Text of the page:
A.S. Debates How to Allocate $300,000 in Left Over Funds
With only two more Associated Students Board meetings now remaining in the school year, this past Monday's 3 p.m. meeting paid careful consideration to both this year's terminal items, and concerns for next year's AS as well. "We're looking out for [incoming AS president] Cameron's [Henton] board" said current AS President David Chung.
Discussion regarding item 10.8 was complicated by several factors. The deadline to turn in proposals to the AS is this Thursday. Without action the special projects fund would likely fall into the red, and several board members believe that an empty special projects fund would hinder the chances of any new proposals.
Unlike most items related to fiscal policy, item 10.8 was not heard before the AS finance committee prior to reaching the board. Normally, it is the responsibility of the Finance Committee to determine how AS accounts fund projects. It is perhaps in consideration of the upcoming deadline for proposals that the item was rushed to the board. Further more the AS Director of Budget Management, Kamil Gazizullin, was not present during the discussion for item 10.8, thus adding further disarray to the debate.
Initially, members of the board moved to allocate $100,000 from the year ending balance and other AS accounts to the special projects fund. While concern for the immediate future of special projects was high amongst board members, Chung and other board members cited the motion as fiscally irresponsible due to noticeable confusion amongst the board regarding the real dollar amount present in the account. The motion to change the language of item 10.8 to allocate $100,000 failed in a vote of 6 to 5 in opposition to the motion. A subsequent motion to change the language of item 10.8 to allocate $26,000 passed, but the item as a whole failed.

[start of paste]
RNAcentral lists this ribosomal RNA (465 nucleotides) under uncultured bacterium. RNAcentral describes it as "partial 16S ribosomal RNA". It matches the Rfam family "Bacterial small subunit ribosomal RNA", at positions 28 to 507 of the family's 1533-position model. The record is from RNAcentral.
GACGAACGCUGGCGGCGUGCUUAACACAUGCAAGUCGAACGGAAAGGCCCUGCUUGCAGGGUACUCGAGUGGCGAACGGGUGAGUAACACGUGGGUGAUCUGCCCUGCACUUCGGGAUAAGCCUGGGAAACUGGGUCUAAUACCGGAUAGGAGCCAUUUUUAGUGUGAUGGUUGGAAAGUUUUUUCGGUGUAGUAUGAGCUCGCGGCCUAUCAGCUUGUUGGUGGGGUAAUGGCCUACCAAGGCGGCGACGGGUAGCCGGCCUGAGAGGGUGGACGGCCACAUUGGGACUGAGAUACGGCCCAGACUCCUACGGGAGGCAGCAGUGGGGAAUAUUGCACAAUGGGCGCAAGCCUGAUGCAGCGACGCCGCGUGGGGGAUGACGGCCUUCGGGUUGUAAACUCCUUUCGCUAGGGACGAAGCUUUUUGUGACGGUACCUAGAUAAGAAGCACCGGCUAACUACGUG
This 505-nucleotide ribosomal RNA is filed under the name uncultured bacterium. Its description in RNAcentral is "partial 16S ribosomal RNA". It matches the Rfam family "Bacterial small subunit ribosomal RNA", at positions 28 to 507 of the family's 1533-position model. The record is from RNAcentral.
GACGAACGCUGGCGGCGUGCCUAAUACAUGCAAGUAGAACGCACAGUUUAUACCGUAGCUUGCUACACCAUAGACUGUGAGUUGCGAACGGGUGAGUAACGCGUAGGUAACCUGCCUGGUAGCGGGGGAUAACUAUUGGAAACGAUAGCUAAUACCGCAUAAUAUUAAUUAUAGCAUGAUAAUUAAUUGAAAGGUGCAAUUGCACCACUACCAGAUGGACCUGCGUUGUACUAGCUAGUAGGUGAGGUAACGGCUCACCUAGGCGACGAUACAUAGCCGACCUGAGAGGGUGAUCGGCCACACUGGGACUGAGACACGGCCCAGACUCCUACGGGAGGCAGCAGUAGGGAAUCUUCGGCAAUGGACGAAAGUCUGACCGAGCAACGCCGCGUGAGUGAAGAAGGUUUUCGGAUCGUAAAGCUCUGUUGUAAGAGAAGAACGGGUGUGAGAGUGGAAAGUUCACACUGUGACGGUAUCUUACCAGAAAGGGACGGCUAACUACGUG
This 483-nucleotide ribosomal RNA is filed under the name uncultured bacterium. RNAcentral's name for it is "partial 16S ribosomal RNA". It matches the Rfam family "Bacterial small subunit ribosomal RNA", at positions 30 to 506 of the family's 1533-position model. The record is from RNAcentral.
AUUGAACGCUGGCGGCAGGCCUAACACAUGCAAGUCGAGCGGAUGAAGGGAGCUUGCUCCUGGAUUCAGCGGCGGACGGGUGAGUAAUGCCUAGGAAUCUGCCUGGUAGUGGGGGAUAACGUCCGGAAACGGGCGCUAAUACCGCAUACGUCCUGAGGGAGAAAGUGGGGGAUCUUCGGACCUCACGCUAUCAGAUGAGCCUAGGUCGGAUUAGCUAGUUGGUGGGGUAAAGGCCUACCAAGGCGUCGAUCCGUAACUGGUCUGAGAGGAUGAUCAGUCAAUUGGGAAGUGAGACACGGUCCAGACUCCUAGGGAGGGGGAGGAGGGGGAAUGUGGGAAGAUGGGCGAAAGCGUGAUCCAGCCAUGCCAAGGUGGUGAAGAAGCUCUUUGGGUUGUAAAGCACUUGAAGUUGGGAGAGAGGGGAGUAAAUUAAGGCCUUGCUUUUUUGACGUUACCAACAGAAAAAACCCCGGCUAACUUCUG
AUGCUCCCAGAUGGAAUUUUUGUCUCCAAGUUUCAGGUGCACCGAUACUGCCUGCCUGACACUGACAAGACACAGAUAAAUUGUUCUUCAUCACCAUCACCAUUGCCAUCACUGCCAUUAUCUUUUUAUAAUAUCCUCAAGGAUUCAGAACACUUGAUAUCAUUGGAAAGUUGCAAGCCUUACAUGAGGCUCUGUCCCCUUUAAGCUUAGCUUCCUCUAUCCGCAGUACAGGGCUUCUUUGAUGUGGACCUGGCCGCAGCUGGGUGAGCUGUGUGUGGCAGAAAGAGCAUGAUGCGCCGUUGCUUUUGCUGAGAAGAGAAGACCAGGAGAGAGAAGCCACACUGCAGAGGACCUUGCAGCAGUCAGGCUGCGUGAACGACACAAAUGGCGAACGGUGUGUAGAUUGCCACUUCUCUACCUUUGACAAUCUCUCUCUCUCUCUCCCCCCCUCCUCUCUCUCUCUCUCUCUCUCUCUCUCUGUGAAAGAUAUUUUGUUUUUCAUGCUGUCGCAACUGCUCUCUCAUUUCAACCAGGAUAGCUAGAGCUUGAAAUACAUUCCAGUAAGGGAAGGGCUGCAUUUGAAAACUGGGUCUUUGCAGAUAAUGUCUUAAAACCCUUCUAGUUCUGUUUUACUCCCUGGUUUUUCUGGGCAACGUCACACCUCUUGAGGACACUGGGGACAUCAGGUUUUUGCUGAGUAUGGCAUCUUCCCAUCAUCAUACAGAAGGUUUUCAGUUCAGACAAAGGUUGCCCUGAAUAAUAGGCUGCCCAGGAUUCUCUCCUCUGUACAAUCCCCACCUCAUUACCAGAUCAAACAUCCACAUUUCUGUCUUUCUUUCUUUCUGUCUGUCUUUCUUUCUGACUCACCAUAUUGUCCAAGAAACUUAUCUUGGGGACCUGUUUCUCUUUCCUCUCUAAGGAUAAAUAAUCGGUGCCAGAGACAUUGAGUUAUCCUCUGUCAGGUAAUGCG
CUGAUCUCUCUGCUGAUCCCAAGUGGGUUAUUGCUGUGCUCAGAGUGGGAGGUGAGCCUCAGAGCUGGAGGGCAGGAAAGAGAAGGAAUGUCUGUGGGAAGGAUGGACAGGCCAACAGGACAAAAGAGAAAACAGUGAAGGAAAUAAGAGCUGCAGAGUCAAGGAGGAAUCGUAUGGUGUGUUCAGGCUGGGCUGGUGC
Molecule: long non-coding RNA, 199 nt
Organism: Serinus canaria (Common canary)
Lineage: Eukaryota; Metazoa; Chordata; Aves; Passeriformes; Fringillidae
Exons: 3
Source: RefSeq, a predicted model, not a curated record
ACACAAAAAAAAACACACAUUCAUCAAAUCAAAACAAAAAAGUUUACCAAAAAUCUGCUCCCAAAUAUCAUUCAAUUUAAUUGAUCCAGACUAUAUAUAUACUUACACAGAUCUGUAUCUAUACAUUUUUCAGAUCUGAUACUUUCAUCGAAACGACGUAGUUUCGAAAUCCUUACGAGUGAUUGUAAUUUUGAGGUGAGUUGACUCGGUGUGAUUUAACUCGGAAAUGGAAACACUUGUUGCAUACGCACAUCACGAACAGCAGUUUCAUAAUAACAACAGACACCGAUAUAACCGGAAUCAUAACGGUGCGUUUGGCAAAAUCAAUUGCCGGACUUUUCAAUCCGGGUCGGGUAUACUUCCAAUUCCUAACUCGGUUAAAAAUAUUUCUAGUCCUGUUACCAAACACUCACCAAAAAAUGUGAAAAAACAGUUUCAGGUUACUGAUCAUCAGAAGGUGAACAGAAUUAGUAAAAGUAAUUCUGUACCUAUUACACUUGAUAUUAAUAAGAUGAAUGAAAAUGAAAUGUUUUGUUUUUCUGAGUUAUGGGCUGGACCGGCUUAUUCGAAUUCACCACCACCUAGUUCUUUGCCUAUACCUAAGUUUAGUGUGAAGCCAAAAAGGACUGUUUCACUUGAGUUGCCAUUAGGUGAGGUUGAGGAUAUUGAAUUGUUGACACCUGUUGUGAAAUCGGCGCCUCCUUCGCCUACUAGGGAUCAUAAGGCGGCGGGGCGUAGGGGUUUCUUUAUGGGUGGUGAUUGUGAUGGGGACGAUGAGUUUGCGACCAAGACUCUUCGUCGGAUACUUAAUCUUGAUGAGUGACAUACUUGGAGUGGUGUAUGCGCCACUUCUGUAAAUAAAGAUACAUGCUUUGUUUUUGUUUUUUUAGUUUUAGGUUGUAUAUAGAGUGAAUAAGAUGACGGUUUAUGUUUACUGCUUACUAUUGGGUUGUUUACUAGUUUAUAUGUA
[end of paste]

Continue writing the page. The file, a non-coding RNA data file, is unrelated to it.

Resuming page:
On paper the AS budget reports a balance of over $300,000 in year-ending funds. However, there was disagreement among board members regarding how much of that money was already slated for upcoming projects. Without a hearing before the finance committee, or an intricate understanding of AS finances between all of the board members, the fiercely contested decision of the board sends item 10.8 back to the finance committee, which will not meet until after the May 21 proposals deadline.
However, according to Chung the proposals deadline is a non-issue. The fact that the special projects has been depleted should not bar the AS from receiving proposals. Discussion regarding the funding of those proposals are items for the coming weeks, and so there is time to allow item 10.8 to pass through the regular channels, and possibly return to the board as a more refined item. Chung does concede that a presently unfunded special projects fund with critical points still undecided may discourage new proposals. However, the raucous and impassioned debate on Monday was, in his opinion, largely the result of "personal battles" between board members. The events of the coming weeks will have to show whether this issue was a financial imperative, or an arena for personalities to butt heads.